lines and so no current is generated. Then the loop cuts the flux lines, as
above but in an opposite direction, and the emf induced causes the current to
flow in the opposite direction. Another 90° rotation brings the loop back to
the start and the cycle begins again.

 

 

 

 

Boeing-type Fixed-frequency Main
Engine Generators

A fixed-frequency engine,
similar to one found in a Boeing airplane is a mechanical gearbox which from a
variable speed input (created from the rotation of the wind turbine) creates a
constant speed. The constant speed shaft created will in turn drive the
generator and produce a fixed frequency supply of voltage of 400Hz.

They are usually found
supplying accessory equipment and are rarely needed for an engines main power
output. To produce the proper voltage at a constant alternating current (AC)
frequency, the generator needs to spin at a constant speed and three-phase electric
power is used.

Three-phase electric power is a
type of more polyphase system. Three conductors each carry an alternating current
of the same frequency and voltage amplitude relative to a common reference but
with a phase difference of one third the period. Connected to the ground is the
common reference. The voltage on the conductors reaches its peak at 1/3 of a
cycle after one of the other conductors, as there is a phase difference. Due to
the phase delay, there is a constant power transfer always.

The down fall of this type of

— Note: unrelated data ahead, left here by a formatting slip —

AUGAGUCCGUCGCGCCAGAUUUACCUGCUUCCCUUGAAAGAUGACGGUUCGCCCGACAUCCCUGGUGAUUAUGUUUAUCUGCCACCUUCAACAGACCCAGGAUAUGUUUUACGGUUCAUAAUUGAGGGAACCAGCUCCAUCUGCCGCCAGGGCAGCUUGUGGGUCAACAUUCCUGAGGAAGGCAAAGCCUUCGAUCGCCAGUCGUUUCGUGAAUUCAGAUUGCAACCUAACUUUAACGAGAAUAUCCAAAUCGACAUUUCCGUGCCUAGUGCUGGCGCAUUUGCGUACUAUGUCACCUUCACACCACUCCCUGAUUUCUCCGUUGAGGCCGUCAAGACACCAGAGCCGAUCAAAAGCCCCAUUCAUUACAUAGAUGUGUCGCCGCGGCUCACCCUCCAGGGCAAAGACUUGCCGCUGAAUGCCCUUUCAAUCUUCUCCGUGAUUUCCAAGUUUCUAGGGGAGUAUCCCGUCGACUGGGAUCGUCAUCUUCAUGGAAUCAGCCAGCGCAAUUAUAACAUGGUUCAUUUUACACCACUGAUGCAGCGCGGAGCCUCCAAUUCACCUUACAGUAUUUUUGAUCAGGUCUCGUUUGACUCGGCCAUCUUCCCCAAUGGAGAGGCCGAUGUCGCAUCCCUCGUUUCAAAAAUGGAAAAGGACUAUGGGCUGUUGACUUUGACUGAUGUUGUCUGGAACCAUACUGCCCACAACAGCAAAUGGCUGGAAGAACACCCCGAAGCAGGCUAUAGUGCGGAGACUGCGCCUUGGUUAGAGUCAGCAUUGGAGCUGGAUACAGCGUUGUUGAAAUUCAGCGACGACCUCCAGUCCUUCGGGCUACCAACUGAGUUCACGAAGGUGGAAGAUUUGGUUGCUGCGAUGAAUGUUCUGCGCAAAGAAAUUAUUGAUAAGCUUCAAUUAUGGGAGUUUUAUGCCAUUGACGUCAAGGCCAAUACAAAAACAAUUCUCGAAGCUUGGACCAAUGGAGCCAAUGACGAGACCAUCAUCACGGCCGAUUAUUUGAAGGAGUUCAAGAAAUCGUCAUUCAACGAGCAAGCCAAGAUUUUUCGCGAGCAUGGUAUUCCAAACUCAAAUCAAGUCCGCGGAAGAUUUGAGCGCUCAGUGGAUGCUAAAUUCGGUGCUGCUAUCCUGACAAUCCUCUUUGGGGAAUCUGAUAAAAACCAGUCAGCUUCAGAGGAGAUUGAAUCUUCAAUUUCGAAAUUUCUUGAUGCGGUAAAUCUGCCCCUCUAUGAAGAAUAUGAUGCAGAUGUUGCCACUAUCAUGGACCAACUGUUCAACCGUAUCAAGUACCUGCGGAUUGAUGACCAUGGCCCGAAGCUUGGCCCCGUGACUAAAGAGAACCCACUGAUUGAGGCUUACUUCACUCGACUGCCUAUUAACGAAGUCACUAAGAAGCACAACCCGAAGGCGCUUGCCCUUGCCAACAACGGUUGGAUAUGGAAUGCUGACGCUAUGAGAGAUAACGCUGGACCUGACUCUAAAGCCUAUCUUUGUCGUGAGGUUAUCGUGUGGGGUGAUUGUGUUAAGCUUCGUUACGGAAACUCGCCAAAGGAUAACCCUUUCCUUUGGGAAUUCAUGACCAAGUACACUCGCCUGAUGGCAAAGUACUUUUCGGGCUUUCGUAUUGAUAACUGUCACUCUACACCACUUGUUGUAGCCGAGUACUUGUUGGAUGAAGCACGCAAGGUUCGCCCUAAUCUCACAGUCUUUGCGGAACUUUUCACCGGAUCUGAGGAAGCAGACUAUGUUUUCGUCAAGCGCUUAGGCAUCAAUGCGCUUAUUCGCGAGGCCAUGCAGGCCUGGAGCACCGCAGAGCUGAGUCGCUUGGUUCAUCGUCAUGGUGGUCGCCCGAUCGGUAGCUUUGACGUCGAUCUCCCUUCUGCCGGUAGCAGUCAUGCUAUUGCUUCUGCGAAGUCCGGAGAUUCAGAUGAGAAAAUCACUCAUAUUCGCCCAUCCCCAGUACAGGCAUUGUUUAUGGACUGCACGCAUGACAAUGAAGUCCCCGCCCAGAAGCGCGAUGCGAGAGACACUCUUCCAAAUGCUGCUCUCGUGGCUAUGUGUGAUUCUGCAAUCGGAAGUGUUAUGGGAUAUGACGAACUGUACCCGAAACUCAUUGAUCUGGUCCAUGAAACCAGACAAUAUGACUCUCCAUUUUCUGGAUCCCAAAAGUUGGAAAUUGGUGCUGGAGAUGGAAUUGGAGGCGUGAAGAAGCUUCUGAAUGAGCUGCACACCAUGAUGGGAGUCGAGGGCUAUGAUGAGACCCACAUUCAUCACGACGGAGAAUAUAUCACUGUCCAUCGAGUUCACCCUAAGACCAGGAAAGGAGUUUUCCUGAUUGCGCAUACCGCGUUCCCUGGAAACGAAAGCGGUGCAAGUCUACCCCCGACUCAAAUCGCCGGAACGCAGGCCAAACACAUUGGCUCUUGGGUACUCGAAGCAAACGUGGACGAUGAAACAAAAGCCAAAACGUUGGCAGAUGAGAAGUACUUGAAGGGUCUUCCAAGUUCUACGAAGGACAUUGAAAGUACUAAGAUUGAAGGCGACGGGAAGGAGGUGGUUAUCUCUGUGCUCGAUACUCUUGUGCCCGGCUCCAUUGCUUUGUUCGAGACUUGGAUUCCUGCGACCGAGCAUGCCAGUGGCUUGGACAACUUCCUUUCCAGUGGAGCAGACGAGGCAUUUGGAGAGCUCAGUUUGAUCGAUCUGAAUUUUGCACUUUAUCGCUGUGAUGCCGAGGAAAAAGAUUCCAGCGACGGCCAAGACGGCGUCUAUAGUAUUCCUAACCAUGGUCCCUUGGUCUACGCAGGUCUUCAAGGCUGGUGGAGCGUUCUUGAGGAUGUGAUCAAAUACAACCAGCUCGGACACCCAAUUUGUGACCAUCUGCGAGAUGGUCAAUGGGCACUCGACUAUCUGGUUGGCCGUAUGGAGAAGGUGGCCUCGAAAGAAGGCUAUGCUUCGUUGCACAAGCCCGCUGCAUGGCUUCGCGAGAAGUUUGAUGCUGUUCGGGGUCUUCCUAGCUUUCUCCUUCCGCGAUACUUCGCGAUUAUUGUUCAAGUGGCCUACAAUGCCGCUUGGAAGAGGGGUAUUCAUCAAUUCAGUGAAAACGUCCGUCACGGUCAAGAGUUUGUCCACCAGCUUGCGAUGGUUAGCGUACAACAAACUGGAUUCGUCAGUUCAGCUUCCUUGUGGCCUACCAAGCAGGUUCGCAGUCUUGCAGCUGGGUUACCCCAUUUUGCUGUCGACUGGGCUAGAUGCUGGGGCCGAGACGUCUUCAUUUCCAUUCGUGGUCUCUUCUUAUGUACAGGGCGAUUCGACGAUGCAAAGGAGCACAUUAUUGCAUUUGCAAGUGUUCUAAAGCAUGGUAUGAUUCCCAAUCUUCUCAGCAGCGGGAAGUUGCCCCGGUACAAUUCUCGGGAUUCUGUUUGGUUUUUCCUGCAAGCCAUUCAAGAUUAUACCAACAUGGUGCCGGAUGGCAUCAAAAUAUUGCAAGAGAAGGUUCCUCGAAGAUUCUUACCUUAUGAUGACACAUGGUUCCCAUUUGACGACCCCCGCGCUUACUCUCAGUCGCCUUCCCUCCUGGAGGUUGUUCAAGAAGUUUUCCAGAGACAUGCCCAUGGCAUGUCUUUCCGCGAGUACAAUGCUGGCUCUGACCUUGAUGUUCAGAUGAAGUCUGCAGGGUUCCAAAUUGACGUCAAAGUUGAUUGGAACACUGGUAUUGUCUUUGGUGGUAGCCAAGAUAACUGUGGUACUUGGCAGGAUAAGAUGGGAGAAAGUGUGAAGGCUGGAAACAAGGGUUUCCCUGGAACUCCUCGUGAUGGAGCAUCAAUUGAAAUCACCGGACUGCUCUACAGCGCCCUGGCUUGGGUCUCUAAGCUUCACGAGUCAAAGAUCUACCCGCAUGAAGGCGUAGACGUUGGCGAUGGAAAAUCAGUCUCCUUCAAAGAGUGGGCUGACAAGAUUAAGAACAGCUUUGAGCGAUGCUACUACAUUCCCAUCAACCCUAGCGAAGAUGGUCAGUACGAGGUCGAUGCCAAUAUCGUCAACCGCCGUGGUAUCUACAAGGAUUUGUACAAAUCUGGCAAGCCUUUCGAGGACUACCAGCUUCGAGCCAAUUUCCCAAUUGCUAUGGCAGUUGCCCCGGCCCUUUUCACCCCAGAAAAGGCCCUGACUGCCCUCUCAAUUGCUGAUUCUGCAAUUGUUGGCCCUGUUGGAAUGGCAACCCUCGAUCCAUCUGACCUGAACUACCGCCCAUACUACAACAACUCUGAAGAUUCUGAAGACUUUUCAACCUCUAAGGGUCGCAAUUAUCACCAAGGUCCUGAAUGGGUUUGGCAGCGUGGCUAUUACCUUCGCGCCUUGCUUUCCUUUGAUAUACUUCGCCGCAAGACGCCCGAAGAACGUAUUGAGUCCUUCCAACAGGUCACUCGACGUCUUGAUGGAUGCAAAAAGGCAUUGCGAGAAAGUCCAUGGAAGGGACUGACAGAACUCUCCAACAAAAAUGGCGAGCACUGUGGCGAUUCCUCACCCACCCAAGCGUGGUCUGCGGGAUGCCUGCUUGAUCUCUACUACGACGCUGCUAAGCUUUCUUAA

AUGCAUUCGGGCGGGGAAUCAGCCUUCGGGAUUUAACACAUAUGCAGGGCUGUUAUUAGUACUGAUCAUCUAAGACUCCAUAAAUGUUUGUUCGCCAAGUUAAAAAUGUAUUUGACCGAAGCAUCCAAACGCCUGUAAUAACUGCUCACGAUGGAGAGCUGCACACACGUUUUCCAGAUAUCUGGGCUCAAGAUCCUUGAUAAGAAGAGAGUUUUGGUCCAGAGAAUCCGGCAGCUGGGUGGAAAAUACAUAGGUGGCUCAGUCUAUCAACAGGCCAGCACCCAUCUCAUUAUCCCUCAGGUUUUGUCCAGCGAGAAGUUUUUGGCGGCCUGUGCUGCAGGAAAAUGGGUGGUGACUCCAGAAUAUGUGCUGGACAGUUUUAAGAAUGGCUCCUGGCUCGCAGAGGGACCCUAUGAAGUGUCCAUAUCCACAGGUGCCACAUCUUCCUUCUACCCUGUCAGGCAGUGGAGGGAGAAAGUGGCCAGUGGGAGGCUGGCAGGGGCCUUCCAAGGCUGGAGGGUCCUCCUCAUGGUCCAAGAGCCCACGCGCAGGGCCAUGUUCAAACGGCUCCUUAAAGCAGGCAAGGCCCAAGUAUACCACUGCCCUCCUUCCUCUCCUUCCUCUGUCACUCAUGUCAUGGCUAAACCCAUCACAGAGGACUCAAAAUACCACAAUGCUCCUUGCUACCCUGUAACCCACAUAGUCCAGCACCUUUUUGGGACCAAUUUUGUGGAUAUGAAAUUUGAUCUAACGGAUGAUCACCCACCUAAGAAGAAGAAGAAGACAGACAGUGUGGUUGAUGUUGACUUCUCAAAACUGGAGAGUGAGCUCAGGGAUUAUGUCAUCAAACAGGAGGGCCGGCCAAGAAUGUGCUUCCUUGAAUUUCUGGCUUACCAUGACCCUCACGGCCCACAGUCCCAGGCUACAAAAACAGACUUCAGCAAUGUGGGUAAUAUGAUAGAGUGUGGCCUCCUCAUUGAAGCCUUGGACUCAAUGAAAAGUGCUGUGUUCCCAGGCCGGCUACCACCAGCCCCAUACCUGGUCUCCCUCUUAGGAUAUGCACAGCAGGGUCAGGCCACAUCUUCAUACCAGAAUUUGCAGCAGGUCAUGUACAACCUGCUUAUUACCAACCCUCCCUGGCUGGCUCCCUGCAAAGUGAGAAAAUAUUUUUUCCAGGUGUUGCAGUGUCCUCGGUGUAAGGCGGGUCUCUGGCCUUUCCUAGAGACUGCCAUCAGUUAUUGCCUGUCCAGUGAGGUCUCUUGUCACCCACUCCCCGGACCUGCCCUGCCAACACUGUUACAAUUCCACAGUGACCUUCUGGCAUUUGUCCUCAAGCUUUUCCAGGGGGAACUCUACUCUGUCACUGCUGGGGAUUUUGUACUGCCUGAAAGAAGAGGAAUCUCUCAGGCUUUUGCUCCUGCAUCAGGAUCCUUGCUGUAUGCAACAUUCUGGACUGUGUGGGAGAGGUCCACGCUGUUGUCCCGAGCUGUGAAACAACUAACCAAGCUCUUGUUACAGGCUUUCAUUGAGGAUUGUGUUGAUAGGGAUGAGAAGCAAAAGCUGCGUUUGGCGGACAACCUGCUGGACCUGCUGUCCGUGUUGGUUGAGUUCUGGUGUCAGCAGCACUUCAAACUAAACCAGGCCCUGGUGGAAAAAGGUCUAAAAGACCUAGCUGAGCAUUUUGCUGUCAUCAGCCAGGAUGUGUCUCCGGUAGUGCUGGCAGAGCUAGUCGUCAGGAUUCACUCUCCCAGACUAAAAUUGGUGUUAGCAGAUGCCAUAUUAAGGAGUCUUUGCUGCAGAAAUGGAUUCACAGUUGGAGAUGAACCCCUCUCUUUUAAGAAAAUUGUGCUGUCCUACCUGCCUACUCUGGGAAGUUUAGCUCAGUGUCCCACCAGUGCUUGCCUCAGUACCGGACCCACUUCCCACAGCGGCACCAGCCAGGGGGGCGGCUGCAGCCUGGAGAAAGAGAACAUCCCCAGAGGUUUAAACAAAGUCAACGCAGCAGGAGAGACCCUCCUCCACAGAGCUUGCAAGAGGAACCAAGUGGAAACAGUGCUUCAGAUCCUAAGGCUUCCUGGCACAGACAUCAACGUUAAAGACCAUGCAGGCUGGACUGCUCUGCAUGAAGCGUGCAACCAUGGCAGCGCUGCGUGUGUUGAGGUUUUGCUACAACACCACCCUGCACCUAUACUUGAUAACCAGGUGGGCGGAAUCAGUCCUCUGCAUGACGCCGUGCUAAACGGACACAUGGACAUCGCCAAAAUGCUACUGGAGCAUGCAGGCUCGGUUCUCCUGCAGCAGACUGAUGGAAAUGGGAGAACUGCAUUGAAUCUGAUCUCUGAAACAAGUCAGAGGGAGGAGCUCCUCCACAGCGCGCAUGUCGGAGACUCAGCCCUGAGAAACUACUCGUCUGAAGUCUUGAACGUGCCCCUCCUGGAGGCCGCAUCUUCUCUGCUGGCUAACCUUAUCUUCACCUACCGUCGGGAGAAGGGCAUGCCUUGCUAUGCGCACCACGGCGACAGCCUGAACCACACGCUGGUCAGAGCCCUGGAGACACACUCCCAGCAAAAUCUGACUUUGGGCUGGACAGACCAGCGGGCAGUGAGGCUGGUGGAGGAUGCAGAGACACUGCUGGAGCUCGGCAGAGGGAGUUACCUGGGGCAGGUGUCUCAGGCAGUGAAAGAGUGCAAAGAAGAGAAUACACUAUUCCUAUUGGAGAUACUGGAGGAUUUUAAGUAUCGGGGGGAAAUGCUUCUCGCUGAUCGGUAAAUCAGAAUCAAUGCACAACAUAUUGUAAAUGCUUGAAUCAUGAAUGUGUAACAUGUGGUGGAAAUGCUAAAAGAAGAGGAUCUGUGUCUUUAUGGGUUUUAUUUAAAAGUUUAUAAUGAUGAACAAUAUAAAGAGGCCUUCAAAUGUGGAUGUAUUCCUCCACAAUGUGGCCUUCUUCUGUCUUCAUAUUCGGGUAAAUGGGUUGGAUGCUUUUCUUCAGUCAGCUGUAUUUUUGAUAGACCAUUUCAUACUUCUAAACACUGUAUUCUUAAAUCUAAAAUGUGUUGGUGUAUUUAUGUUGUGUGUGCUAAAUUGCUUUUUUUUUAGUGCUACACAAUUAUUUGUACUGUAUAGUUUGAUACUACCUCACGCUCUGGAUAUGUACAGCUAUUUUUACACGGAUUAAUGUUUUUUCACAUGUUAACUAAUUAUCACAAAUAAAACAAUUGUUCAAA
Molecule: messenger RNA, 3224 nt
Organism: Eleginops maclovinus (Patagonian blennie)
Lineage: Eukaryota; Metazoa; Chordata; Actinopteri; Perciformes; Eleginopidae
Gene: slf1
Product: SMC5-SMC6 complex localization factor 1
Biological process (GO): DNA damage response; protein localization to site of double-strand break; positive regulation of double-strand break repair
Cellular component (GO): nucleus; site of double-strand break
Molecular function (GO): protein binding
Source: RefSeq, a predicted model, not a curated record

generator is that it is expensive to buy and maintain and only a single source
of power is used to power the generator. 

 

 

Airbus-type Frequency-Wild Main
Engine Generators

 

The variable-frequency power supply is applied to the main electric generating
system and eliminates the need for constant speed shaft. It is less complex, more
environmentally friendly and is designed to produce power, by converting direct
current (DC) to alternating current (AC) at the frequency (400Hz) with the
engine shaft rotating at normal cruise speed. The frequency of the generated power is proportional
to the engine shaft speed. To convert the
current an inverter is used.

 

The inverter causes the electric current to be induced in a coil,
however, the changing magnetic field is produced by another coil, altering the
current flowing through it. Due to the direction of the current changing the
polarity of the magnetic field also changes.

 

Power Factor Correction

 

Theory and Benefits

 

Power Factor is the ratio between